Friday, February 13, 2015

Russia: Friend or Foe

Flaming Sword Insignia
U.S. Army Europe
In an interview in last Saturday's Wall Street Journal General Frederick B. Hodges, commander of U.S. Army forces in Europe, made the case for military aid to the Ukraine and for an increased NATO involvement. Nevertheless, the General made some admissions that make one wonder if there might be another alternative.

The General argued that Russia is preparing for war some five or six years in the future with some unspecified enemy. He believed that the Russians regard China as their greatest threat but that at the same time noted that they were conducting simulations of a nuclear attack on the United States. He did not mention that they might be concerned with the threat of Islamic fundamentalism all along their southern borderlands.

To counter the Russian threat the General pointed out that our own resources are stretched thin. Nine out of ten of our divisions are currently engaged in missions all over the world. The General insisted that we cannot act on our own anymore and must rely increasingly on our allies. However, our NATO allies have not and will not live up to their treaty commitments. Only four of them dedicate more than the required 2% of GDP to defense spending.

Finally, the General admitted that we need a strategy and that military aid to the Ukraine or any other country does not by itself constitute a strategy. He asks that we consider the outcome we want to achieve in the Ukraine.  Do we really want the Ukraine to become a battlefield where millions might die? Do we want a city like Mariupol on the Black Sea to become a desert like Mosul?

Why can't we consider Russia as an ally and not an enemy? Instead of confronting Russia with NATO, why not guarantee that an independent Ukraine will never be part of NATO. The Ukraine provides Russia with millions of customers for its vast energy reserves. After all, both the US and Russia will more and more have to deal with the growing power of China, as well as with radical Islam.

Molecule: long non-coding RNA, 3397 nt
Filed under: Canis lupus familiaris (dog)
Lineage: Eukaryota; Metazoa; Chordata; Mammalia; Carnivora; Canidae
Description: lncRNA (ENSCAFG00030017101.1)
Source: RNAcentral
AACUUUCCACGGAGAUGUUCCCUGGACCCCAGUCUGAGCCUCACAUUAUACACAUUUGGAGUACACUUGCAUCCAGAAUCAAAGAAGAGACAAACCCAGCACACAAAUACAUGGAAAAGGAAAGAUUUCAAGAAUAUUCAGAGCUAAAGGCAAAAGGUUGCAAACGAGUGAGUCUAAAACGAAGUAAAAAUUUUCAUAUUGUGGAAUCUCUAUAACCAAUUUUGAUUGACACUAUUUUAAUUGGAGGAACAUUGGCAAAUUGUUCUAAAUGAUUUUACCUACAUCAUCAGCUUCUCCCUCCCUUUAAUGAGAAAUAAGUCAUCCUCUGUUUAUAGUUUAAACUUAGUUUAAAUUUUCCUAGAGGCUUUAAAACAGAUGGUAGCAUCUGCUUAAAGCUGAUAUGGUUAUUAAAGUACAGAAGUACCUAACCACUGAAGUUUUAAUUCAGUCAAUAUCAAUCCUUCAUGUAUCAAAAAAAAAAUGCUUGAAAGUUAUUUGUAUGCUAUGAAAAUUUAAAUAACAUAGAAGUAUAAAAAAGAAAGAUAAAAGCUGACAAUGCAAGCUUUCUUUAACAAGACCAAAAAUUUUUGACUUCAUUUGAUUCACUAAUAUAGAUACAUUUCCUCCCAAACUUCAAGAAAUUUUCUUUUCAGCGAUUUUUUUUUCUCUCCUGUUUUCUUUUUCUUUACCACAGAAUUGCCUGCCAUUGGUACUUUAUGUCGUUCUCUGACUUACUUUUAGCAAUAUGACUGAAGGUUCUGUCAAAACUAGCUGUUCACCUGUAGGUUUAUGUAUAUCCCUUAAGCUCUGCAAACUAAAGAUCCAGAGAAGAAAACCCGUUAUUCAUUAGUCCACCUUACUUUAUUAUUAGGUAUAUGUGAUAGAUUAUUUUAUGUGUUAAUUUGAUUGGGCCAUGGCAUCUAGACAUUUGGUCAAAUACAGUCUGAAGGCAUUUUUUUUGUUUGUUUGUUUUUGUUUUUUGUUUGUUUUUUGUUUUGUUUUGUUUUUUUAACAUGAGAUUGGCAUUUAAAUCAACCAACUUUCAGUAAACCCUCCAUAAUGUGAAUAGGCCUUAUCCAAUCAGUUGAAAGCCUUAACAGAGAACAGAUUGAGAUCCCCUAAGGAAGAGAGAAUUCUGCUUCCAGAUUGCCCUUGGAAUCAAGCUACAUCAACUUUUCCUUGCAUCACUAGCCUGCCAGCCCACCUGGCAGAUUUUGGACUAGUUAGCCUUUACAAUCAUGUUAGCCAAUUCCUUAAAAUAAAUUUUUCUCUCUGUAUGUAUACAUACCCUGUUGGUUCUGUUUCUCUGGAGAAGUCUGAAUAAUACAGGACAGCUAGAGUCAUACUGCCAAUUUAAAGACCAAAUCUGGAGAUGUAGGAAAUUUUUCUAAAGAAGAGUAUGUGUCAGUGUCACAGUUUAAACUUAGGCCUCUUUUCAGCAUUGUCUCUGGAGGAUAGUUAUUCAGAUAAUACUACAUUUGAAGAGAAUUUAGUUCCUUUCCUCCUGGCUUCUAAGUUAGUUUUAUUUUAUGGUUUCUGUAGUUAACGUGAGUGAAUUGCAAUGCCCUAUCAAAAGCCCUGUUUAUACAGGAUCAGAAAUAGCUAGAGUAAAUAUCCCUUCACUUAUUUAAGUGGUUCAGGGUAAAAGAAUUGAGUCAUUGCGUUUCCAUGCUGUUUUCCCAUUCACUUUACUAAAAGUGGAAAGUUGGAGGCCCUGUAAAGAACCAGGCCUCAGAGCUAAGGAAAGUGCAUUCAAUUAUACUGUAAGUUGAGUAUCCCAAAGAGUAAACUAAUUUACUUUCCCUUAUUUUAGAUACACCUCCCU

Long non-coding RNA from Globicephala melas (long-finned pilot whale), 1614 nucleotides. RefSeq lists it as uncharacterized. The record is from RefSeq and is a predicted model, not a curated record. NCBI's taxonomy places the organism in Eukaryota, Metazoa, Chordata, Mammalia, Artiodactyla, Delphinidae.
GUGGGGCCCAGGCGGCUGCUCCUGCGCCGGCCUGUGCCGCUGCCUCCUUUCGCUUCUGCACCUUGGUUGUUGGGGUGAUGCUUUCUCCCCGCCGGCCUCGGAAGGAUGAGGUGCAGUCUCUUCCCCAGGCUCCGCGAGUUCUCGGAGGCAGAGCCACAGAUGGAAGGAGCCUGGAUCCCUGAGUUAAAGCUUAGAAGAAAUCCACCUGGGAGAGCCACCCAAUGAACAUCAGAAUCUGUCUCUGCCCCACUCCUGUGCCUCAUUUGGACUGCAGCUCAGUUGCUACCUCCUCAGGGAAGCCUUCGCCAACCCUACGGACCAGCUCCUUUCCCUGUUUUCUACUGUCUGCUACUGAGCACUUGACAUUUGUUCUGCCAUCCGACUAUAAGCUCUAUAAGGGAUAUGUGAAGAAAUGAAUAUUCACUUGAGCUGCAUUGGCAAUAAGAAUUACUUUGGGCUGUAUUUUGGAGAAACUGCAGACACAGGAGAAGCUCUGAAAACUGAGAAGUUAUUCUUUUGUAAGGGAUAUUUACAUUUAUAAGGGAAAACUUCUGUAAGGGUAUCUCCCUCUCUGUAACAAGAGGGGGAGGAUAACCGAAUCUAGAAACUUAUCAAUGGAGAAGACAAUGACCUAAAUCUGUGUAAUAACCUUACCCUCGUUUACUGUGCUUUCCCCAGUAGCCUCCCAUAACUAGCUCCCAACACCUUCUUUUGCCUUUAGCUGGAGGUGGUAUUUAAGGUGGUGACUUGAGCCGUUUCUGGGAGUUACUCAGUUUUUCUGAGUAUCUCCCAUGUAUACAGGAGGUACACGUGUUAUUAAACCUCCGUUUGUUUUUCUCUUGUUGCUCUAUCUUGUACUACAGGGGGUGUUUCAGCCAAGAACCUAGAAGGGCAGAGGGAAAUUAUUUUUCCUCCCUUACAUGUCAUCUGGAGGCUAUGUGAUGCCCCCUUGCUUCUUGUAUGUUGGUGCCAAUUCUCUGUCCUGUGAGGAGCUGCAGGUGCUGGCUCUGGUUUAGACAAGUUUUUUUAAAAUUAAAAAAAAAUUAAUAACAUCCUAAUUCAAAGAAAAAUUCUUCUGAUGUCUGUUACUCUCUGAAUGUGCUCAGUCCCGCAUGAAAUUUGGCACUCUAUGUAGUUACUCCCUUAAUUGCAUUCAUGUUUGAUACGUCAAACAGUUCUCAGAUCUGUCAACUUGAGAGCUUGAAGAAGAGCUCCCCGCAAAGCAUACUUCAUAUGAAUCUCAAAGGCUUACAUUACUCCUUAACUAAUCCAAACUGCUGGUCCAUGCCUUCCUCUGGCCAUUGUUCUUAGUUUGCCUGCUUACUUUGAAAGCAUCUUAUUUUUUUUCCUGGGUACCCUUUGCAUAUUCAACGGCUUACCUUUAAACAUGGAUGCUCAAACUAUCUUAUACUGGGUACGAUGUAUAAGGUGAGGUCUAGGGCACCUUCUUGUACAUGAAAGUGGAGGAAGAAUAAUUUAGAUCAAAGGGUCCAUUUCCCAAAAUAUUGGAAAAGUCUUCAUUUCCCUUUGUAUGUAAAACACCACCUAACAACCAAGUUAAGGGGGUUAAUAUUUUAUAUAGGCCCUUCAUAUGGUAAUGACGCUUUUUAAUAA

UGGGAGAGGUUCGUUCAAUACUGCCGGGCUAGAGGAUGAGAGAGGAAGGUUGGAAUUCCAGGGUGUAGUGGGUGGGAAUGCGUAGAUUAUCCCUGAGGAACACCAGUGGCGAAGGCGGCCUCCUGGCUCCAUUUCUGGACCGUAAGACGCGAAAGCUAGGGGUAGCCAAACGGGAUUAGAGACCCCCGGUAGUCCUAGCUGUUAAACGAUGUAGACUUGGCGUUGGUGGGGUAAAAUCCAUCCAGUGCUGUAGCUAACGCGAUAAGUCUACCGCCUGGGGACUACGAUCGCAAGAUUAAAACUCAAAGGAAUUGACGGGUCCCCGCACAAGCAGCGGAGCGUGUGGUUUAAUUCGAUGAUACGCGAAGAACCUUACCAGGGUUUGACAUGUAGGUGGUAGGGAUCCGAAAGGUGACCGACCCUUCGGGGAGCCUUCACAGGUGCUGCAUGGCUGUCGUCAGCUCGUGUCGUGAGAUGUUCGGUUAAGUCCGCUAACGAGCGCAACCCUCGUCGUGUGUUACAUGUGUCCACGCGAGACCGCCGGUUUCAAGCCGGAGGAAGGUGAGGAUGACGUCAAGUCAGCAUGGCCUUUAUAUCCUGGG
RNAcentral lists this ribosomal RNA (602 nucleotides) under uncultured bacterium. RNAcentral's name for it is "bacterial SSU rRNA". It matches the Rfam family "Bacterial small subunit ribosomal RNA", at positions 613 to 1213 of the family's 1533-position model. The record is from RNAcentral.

The Journal has launched a barrage of editorial comment against Russia in the past week. One op-ed suggested that a military buildup is not necessary because we could crush the Russians economically with increased sanctions and low oil and gas prices. This is another dangerous suggestion since if we drive the Russians to the wall, they might become desperate. Why isn't a strong Russia to our advantage? If we think economic sanctions hurt the Russian oligarchs, what do we think they will do to the ordinary Russian citizen.

Journal columnist Bret Stephens, a longtime proponent of arming the Ukrainians, even quoted and praised a practically insane statement by U.S. Senator Lindsey Graham who claimed that he did not know what the outcome of military intervention would be, and did not care how many Ukrainians or Russians might die, or even if we lost. All that mattered was that the US not back down and appease Putin.

It would be so much less costly in terms of men and money to bring the Russians into NATO than to confront them with a flaming sword on their historical Western front. It would be better to have a strong, economically viable Russia as an ally rather than an enemy in the ongoing war against radical Islam.


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